Tech Talent Charter granted second round of Government funding

As London Tech Week comes to an end, it has been announced that the Tech Talent Charter has been granted a second round of Government funding.

The funding will support the growth of the charter from 200 to 500 signatories by 2019 – totalling £170,000 funding to date.

The retention of tech talent, and encouragement of candidates to roles, is essential for the UK to have the skilled tech workforce necessary for a thriving economy. Research by Tech City UK stated one million tech workers are needed by 2020; female workers have a vital role to play in ensuring the UK continues to have a strong role in technological and digital innovation.

Alarmingly the representation of females in these all important roles is disproportionately low – only 17 per cent of tech and telco workers are currently women. These stats highlight that businesses need to do all they can to bring female talent into their organisations and celebrate the valuable contribution they make.

The Tech Talent Charter is a passionate and ambitious organisation that moves away from simply talking about the issue to implementing positive action to ensure women play a significant role in the growing UK tech industry.

The latest signatories joining the mission to tackle the gender imbalance in the UK technology industry include Channel 4, RBS, Metropolitan Police, Financial Times, Cisco.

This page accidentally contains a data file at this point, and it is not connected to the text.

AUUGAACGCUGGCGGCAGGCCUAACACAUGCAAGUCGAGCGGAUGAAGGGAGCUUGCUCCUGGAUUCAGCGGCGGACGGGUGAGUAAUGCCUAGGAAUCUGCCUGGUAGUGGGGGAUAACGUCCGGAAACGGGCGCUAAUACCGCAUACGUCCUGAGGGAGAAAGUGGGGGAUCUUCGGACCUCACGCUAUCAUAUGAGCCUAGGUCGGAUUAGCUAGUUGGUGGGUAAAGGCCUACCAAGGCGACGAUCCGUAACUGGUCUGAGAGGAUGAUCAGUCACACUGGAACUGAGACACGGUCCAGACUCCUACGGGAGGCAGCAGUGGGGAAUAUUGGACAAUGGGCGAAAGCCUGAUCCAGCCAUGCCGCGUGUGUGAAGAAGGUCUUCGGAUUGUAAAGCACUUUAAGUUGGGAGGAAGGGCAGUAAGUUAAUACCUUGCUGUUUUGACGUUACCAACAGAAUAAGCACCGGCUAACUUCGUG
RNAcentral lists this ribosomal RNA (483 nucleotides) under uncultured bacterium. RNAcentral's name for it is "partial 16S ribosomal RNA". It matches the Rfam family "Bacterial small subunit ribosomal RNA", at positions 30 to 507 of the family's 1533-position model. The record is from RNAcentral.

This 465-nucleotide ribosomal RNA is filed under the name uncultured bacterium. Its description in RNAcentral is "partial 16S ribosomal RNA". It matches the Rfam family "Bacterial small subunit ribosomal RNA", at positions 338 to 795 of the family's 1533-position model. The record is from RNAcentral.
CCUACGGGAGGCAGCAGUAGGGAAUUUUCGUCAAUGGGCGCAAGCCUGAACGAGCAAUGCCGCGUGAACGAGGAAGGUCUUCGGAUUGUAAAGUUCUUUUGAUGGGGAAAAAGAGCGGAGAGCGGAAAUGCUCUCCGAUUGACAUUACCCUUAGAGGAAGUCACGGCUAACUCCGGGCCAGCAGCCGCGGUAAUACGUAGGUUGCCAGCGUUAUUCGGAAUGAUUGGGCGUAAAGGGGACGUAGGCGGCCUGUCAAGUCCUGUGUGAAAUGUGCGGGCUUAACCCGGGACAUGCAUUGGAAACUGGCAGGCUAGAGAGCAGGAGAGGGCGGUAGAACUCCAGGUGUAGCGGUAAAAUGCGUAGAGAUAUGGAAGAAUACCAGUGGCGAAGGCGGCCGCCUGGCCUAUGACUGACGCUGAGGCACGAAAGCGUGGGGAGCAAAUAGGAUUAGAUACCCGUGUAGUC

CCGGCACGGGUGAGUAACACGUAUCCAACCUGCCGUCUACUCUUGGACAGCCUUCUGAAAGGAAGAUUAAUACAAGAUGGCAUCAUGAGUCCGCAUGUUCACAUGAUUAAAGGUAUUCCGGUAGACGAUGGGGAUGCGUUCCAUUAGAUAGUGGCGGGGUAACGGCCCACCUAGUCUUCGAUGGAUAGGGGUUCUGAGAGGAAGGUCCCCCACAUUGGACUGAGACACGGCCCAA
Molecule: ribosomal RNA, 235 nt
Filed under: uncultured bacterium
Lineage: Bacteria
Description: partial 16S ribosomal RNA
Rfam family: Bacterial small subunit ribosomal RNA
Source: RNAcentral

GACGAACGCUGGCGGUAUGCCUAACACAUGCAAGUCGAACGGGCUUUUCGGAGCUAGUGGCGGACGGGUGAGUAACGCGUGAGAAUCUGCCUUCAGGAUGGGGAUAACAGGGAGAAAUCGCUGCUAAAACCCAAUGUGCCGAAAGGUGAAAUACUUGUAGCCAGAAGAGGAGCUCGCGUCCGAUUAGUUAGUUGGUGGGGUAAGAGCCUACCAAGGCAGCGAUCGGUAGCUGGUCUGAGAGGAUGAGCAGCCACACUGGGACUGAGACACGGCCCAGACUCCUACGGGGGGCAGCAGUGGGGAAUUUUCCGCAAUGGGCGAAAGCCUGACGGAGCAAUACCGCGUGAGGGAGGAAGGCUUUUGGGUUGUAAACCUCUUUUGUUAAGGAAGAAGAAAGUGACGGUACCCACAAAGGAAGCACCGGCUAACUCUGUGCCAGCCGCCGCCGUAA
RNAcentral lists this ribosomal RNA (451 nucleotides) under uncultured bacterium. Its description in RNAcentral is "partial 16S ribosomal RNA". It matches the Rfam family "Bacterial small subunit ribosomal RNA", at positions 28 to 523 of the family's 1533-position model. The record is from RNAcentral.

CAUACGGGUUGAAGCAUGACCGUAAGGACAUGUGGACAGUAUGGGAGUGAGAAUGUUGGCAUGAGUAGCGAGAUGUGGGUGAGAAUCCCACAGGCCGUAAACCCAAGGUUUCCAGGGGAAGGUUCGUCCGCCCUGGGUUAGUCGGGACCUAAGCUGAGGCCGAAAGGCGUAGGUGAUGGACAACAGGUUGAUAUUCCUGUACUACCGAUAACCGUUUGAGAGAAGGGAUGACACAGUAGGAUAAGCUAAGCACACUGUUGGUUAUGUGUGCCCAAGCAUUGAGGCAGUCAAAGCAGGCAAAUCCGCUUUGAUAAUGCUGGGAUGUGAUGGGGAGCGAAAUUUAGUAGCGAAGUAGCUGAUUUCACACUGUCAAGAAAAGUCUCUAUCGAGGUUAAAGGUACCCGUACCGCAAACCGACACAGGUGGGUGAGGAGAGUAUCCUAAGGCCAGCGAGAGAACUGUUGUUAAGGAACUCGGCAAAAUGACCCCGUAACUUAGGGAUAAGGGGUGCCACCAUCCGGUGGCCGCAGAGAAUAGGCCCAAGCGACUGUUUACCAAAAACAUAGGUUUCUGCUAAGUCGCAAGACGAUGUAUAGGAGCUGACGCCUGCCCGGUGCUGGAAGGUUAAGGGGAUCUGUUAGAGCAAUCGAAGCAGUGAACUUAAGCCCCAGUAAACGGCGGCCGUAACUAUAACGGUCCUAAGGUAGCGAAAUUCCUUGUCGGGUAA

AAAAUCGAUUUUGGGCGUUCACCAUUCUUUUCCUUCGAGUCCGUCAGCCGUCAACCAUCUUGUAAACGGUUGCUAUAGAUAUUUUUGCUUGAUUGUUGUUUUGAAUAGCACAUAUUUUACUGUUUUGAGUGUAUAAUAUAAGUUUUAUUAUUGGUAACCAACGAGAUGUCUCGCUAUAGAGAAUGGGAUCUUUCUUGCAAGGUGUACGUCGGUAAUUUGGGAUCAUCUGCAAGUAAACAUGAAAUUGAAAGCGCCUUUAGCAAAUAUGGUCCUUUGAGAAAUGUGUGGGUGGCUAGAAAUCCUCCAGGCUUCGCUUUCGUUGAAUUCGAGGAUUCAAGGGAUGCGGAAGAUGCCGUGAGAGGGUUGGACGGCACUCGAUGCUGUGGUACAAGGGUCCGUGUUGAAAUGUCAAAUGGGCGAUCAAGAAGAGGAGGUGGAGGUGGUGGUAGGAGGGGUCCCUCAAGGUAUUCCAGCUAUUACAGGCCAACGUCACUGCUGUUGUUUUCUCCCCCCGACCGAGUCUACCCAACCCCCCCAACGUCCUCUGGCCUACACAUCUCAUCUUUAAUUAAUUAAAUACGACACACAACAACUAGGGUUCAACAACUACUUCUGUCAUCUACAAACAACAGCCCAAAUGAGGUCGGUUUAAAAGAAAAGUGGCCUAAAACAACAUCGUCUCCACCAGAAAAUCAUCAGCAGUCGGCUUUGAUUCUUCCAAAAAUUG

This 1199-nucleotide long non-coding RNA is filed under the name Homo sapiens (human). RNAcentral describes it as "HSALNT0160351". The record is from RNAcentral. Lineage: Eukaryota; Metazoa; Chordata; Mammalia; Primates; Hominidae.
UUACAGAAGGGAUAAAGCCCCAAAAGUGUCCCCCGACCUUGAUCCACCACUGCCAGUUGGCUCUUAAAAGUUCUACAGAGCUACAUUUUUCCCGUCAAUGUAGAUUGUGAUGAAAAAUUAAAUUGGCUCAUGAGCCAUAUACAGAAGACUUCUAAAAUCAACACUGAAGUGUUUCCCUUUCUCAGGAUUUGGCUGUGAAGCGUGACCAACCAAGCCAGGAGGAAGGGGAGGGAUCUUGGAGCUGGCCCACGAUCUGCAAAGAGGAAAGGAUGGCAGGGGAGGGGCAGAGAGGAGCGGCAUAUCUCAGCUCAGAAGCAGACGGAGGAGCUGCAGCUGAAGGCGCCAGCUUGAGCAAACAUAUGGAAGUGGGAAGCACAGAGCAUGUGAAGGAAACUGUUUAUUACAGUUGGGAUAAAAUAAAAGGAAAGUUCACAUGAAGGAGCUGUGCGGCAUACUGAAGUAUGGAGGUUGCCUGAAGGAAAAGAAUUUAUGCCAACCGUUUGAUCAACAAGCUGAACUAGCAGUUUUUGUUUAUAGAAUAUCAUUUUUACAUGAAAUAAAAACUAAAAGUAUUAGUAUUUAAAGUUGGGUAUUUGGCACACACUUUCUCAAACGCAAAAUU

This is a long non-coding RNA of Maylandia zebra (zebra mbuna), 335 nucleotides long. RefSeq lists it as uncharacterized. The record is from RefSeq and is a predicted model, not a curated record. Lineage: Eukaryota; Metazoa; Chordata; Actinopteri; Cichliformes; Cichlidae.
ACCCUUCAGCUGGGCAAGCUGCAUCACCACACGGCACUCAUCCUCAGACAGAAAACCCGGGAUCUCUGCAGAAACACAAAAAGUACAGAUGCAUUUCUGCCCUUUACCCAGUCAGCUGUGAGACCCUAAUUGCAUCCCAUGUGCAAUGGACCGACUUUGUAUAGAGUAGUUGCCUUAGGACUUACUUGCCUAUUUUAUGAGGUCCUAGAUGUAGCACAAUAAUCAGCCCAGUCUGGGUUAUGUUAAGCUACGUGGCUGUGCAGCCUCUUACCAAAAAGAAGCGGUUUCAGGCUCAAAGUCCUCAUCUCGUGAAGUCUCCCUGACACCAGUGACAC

They join a growing list of 225 businesses that have signed up to the Charter since its inception two years ago, including Monster, Accenture, Atom bank and Nominet as part of their commitment to implement recruitment and retention policies that will support women in digital and technology roles.

Speaking about the funding, Margot James, Minister for Culture, Communications and Creative Industries said, ” Diversity is not just a moral imperative, it also makes good business sense.”

“We are more than doubling our support for this essential and timely initiative to put the UK at the forefront of tackling the gender imbalance in the tech workforce as we work to build a Britain which is fit for the future.”

Debbie Forster, CEO, Tech Talent Charter added, “We are delighted to have the DCMS both as a funder and a partner in this next phase of TTC growth.”

“With this funding we will be able not just grow from 200 to 500 companies by 2019 but also to ensure we are fully national programme, extending our regional work as we break outside the London bubble.”

“This support also means we can continue to build an “open playbook” of best practice, sourced from our members personal experiences, to share with our members on recruitment, retraining, retention and progression for women in tech.”

“We want to keep our focus on action, on helping companies draw on what is already working rather businesses working in silos to re-invent the wheel themselves again and again.”

“We’ve already held two successful regional events for businesses of all sizes and have many more planned to help companies share best practice and learn from others experiences.”

Alison Simpson
About the author

Alison is the Digital Content Editor for WeAreTheCity. She has a BA Honours degree in Journalism and History from the University of Portsmouth. She has previously worked in the marketing sector and in a copywriting role. Alison’s other passions and hobbies include writing, blogging and travelling.

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